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High altitude and cancer mortality


Thiersch, Markus; Swenson, Erik R (2018). High altitude and cancer mortality. High Altitude Medicine & Biology, 19(2):116-123.

Abstract

Thiersch, Markus, and Erik R. Swenson. High altitude and cancer mortality. High Alt Med Biol 00:000-000, 2017.-Humans living at high altitude (HA) are exposed to chronic (hypobaric) hypoxia. Despite the permanent stress of hypoxic exposure, humans populating HA areas have reduced cancer mortality over a broad spectrum of cancer types. In fact, the majority of the physiological adaptive processes at HA occurring in response to hypoxia might be the driving force for reduced cancer mortality at HA. In this review, we summarize epidemiological and animal studies that compare cancer incidence and cancer mortality between HA and low altitude or between hypoxia and normoxia, respectively. We discuss the potential role of oxygen-independent and oxygen-dependent mechanisms that might contribute to reduced cancer mortality at HA. Reactive oxygen species and their detoxification as well as the hypoxia-inducible factors are especially promising targets and may be related to why cancer mortality is reduced at HA. In addition, we briefly discuss two aspects with a proven impact on tumorigenesis, namely the immune system and tumor surveillance as well as HA-induced metabolic changes. Further animal and clinical studies are clearly needed to explain why cancer mortality is reduced at HA and to decide whether HA or hypoxia-based therapeutic approaches could be implemented for cancer treatment. However, exposure to HA activates multiple adaptive mechanisms (oxygen independent and oxygen dependent) sharing common pathways as well as activating counteracting pathways, which complicate the identification of specific HA-induced mechanisms of tumor suppression.

Abstract

Thiersch, Markus, and Erik R. Swenson. High altitude and cancer mortality. High Alt Med Biol 00:000-000, 2017.-Humans living at high altitude (HA) are exposed to chronic (hypobaric) hypoxia. Despite the permanent stress of hypoxic exposure, humans populating HA areas have reduced cancer mortality over a broad spectrum of cancer types. In fact, the majority of the physiological adaptive processes at HA occurring in response to hypoxia might be the driving force for reduced cancer mortality at HA. In this review, we summarize epidemiological and animal studies that compare cancer incidence and cancer mortality between HA and low altitude or between hypoxia and normoxia, respectively. We discuss the potential role of oxygen-independent and oxygen-dependent mechanisms that might contribute to reduced cancer mortality at HA. Reactive oxygen species and their detoxification as well as the hypoxia-inducible factors are especially promising targets and may be related to why cancer mortality is reduced at HA. In addition, we briefly discuss two aspects with a proven impact on tumorigenesis, namely the immune system and tumor surveillance as well as HA-induced metabolic changes. Further animal and clinical studies are clearly needed to explain why cancer mortality is reduced at HA and to decide whether HA or hypoxia-based therapeutic approaches could be implemented for cancer treatment. However, exposure to HA activates multiple adaptive mechanisms (oxygen independent and oxygen dependent) sharing common pathways as well as activating counteracting pathways, which complicate the identification of specific HA-induced mechanisms of tumor suppression.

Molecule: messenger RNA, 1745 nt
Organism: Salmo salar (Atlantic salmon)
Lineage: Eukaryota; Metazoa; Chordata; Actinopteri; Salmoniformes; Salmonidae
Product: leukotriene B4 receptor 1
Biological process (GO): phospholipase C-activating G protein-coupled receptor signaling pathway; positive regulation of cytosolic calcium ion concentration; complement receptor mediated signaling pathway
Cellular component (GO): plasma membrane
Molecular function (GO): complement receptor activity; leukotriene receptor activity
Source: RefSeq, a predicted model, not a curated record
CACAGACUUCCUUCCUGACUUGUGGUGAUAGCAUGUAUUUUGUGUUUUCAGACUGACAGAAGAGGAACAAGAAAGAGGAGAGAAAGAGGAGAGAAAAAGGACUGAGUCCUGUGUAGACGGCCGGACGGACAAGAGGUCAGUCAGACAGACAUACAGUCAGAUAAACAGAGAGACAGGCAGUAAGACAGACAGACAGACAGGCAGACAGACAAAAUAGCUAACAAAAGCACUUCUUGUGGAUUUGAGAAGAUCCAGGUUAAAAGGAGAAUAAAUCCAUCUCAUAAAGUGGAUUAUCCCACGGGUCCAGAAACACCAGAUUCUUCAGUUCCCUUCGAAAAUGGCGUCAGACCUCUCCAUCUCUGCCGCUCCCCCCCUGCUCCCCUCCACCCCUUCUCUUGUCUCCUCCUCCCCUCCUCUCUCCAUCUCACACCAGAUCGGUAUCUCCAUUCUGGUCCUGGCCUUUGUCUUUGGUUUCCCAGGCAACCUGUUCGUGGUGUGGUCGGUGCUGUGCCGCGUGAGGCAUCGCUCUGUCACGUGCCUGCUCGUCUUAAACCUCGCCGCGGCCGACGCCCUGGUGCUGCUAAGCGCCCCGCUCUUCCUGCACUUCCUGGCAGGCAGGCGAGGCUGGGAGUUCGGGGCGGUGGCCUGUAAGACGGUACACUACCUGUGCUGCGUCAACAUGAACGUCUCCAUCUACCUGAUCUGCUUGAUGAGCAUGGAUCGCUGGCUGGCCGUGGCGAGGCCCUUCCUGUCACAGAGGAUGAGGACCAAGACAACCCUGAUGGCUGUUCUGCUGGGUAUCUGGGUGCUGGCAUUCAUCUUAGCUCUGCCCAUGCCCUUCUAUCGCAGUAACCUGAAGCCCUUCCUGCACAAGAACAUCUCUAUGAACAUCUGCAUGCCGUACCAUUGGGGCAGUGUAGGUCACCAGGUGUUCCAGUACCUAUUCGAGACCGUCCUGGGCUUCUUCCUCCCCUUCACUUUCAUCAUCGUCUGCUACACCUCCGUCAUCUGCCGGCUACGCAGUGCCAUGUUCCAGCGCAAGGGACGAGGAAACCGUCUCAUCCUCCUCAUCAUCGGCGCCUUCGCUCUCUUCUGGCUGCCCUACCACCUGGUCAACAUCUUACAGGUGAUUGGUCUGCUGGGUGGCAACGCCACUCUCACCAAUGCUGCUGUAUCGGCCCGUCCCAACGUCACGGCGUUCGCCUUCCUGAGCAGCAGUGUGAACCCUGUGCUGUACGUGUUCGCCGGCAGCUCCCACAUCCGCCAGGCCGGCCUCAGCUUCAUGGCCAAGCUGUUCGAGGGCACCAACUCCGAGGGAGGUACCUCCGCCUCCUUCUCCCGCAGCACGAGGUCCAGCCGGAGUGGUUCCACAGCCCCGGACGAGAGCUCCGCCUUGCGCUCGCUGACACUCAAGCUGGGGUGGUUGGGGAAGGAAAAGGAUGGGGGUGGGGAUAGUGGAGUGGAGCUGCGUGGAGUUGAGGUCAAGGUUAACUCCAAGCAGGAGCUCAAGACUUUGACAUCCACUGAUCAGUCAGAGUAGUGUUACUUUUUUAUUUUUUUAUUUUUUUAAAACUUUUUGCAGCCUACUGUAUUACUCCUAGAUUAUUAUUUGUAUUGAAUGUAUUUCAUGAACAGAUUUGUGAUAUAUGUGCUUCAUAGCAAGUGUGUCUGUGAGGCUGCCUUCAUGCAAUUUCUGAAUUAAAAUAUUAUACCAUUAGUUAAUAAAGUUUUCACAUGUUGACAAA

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Additional indexing

Item Type:Journal Article, refereed, original work
Communities & Collections:04 Faculty of Medicine > Center for Integrative Human Physiology
05 Vetsuisse Faculty > Institute of Veterinary Physiology
Dewey Decimal Classification:570 Life sciences; biology
Uncontrolled Keywords:cancer mortality, high altitude, immune system, oxygen
Language:English
Date:1 February 2018
Deposited On:27 Feb 2018 09:51
Last Modified:26 Jun 2018 01:01
Publisher:Mary Ann Liebert
ISSN:1527-0297
Additional Information:Final publication is available from Mary Ann Liebert, Inc., publishers http://dx.doi.org/10.1089/ham.2017.0061
OA Status:Closed
Publisher DOI:https://doi.org/10.1089/ham.2017.0061
PubMed ID:29389240

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Content: Accepted Version
Language: English
Filetype: PDF - Registered users only until 1 February 2019
Size: 217kB
Embargo till: 2019-02-01